The Supremes - The Supremes: A Saga of Motown Dreams, Success and Betrayal (Book Review) (2009)

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These days, Florence Ballard is everyone's favorite Supreme. Actually, that has always been the case, according to Mark Ribowsky's entertaining and well researched book The Supremes: A Saga of Motown Dreams, Success and Betrayal. Ballard had soulful voice that made her a fan favorite on the Chitlin' Circuit, and a way with the perfectly timed one-liner that made her perfect for Vegas, the Copa and the other tony resorts favored by the Rat Pack crowd. She also didn't take in guff from Diana Ross and Barry Gordy. People loved her for that, too. However, when you mess with the boss (that would be Gordy, I guess) and his favored - ahem - employee, it's only a matter of time.

These days, Florence Ballard is everyone's favorite Supreme. Actually, that has always been the case, according to Mark Ribowsky's entertaining and well researched book The Supremes: A Saga of Motown Dreams, Success and Betrayal. Ballard had soulful voice that made her a fan favorite on the Chitlin' Circuit, and a way with the perfectly timed one-liner that made her perfect for Vegas, the Copa and the other tony resorts favored by the Rat Pack crowd. She also didn't take in guff from Diana Ross and Barry Gordy. People loved her for that, too. However, when you mess with the boss (that would be Gordy, I guess) and his favored - ahem - employee, it's only a matter of time.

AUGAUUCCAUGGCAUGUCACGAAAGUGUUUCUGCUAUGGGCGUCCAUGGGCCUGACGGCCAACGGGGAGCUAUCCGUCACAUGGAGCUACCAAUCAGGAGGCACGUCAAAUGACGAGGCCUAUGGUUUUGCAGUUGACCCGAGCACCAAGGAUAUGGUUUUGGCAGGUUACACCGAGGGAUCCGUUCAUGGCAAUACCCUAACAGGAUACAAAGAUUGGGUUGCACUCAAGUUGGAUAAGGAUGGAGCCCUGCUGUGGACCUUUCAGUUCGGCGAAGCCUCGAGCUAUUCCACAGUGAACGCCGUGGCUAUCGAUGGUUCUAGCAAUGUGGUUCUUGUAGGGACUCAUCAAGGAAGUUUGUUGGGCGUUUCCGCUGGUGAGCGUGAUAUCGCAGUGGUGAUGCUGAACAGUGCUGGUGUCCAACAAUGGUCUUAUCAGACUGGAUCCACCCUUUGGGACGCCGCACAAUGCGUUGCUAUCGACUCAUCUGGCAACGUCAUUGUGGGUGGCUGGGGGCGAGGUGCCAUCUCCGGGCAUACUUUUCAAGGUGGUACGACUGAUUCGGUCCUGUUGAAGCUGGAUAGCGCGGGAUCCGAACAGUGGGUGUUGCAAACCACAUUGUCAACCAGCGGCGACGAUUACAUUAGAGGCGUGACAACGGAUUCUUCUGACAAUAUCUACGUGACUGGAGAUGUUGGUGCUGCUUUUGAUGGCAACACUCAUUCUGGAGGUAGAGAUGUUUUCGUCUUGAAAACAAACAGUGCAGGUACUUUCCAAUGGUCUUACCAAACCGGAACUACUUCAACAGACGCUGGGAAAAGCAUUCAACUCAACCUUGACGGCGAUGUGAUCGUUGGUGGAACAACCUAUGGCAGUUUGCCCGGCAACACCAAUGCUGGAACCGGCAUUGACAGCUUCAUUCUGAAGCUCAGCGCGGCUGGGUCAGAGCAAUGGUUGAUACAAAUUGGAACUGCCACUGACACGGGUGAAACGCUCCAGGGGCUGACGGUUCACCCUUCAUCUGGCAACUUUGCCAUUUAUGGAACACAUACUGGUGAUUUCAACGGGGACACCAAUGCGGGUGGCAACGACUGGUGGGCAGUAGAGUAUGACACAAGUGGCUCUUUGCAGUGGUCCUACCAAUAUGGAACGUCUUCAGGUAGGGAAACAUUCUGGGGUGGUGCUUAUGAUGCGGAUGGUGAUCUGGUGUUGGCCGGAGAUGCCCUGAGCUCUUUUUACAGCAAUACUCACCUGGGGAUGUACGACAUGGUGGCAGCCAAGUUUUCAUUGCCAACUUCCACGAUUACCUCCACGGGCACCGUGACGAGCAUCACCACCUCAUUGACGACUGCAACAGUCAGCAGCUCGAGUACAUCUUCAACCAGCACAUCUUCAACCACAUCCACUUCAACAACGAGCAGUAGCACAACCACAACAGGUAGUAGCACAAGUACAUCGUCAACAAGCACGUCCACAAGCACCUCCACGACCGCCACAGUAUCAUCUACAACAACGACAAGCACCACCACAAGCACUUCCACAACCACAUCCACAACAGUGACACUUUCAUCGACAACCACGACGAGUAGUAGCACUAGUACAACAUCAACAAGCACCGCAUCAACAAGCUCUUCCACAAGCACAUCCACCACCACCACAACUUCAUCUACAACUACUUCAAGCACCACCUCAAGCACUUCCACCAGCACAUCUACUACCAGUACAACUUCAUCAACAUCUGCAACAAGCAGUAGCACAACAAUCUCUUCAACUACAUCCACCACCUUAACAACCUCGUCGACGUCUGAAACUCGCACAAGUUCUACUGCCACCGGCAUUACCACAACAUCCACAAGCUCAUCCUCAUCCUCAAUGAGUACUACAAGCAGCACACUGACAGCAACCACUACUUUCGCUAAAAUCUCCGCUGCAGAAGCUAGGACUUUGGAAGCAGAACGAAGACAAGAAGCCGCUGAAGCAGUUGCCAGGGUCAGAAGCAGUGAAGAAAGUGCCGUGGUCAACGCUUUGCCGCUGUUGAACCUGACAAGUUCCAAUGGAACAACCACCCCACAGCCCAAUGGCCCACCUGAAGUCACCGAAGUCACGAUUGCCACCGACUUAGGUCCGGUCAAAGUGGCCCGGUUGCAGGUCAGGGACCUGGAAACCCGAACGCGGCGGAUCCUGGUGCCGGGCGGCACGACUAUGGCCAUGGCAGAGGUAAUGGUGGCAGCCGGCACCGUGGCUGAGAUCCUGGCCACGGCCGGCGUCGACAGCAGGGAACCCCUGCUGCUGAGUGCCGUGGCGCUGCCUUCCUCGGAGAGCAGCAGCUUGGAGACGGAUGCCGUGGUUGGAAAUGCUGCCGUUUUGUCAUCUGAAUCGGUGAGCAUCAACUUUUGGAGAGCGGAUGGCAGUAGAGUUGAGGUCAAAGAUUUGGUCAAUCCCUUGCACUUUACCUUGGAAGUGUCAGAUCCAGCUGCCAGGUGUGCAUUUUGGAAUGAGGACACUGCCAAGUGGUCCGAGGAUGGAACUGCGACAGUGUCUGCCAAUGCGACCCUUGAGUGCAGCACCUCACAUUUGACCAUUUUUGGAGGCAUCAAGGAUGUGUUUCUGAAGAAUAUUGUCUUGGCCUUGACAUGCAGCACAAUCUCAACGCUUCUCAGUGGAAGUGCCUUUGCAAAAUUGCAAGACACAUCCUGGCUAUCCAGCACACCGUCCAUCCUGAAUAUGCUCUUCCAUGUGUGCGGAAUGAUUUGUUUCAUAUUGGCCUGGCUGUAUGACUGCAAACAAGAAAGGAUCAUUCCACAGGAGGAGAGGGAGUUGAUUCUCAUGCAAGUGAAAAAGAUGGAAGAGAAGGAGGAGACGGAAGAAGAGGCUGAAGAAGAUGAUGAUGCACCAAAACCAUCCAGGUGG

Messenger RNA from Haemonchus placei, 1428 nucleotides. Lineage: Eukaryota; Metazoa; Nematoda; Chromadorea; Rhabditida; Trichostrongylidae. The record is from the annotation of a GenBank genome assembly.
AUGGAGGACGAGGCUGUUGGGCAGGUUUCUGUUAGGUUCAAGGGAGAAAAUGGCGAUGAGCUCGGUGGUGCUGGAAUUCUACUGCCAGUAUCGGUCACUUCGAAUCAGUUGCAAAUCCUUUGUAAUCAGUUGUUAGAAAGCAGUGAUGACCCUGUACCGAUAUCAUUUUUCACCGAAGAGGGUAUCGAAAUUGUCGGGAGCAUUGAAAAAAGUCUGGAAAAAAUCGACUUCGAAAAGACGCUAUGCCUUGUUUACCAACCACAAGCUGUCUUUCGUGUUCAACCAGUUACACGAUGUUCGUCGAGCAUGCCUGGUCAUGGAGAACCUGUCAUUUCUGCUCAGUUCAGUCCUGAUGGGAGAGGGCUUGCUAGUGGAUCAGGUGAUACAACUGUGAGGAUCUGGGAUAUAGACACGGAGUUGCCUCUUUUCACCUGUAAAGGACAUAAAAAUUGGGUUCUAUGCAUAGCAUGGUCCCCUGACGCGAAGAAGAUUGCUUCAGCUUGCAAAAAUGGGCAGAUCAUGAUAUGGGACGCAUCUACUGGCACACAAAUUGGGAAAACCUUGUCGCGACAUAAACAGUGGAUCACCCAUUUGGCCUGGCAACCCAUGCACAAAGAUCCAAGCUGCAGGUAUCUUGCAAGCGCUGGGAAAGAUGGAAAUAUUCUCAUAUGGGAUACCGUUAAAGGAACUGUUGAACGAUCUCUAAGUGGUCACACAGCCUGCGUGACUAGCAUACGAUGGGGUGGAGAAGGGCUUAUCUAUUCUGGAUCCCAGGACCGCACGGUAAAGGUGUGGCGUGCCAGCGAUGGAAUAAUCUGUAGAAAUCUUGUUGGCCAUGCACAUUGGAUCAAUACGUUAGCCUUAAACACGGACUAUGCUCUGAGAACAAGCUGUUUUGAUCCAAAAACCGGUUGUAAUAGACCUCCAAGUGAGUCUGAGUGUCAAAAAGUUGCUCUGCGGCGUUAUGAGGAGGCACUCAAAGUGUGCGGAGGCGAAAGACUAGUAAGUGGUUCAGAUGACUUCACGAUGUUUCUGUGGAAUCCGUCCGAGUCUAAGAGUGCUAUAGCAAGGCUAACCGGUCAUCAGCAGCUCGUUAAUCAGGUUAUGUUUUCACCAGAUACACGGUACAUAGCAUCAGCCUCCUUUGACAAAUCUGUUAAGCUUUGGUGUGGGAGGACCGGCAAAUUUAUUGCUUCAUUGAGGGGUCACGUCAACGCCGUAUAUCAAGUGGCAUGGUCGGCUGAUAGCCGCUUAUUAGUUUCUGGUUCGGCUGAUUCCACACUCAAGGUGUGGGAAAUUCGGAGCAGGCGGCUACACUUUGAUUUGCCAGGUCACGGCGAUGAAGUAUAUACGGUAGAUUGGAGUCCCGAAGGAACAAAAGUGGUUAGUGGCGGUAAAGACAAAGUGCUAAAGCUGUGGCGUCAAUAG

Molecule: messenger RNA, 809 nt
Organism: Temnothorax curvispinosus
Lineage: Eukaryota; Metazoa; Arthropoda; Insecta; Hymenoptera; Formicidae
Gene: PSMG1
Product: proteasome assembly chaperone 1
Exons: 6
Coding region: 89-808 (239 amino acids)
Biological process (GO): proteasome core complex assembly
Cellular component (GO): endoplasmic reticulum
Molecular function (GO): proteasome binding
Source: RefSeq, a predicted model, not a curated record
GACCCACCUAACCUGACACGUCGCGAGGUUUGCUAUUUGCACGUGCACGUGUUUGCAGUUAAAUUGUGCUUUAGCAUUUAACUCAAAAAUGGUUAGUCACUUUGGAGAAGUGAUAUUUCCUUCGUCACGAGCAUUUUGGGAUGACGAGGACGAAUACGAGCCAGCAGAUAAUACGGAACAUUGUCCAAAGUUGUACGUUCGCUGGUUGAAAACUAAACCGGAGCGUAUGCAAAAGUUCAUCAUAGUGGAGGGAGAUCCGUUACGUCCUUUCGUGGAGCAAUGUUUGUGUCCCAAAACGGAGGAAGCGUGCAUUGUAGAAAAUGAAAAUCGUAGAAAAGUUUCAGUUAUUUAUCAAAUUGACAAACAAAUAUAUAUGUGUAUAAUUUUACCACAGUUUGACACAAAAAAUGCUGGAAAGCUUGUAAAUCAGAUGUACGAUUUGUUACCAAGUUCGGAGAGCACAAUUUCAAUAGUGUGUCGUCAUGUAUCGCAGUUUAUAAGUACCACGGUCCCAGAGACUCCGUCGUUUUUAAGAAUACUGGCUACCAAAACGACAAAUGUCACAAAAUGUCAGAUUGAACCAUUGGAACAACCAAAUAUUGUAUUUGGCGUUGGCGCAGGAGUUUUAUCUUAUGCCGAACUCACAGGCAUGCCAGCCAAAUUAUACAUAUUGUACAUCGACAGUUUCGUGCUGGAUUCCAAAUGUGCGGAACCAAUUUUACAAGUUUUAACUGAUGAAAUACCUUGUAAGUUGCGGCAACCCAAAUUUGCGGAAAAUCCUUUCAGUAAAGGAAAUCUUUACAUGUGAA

The irony is that many Supreme fans didn't even know that Gordy had dismissed Ballard from the group that she founded. Gordy replaced her with Cindy Birdsong, who looked enough like Ballard concertgoers and folks watching in TV land were often none the wiser. For nearly 30 years, the people who learned about the Supreme story from the Broadway musical and film Dreamgirls have been confusing Ballard with Effie White, the fictional character (played on the stage by Jennifer Holliday and on film by Jennifer Hudson) that is loosely based on Ballard.

Holliday won a Tony Award for best lead actress in a musical for her performance as White. Hudson won a best supporting actress Oscar (in another example of the fake Ballard being demoted in favor of the faux Ross) for her film depiction of White. Reading this book leaves me pining for a Supremes' biopic because Ribowsky illustrates that truth is clearly stranger, more interesting, more compelling and (in the case of Ballard) more tragic than fiction.

First of all, Ribowsky shows that the Supremes were a cultural force in the 1960s. It's easy to forget that the Supremes were Motown's most popular act. After all, the Supremes disbanded more than 30 years ago. The Temptations and the Four Tops are still performing, which has kept them in the public eye. Both Ross and the Supremes had success after breaking up. However, Ross did not achieve the critical and commercial success that Michael Jackson had as a solo act. The Temptations were in the Billboard Top 10 as recently as 1991 - 14 years after the Supreme broke up and 15 years after Ballard died.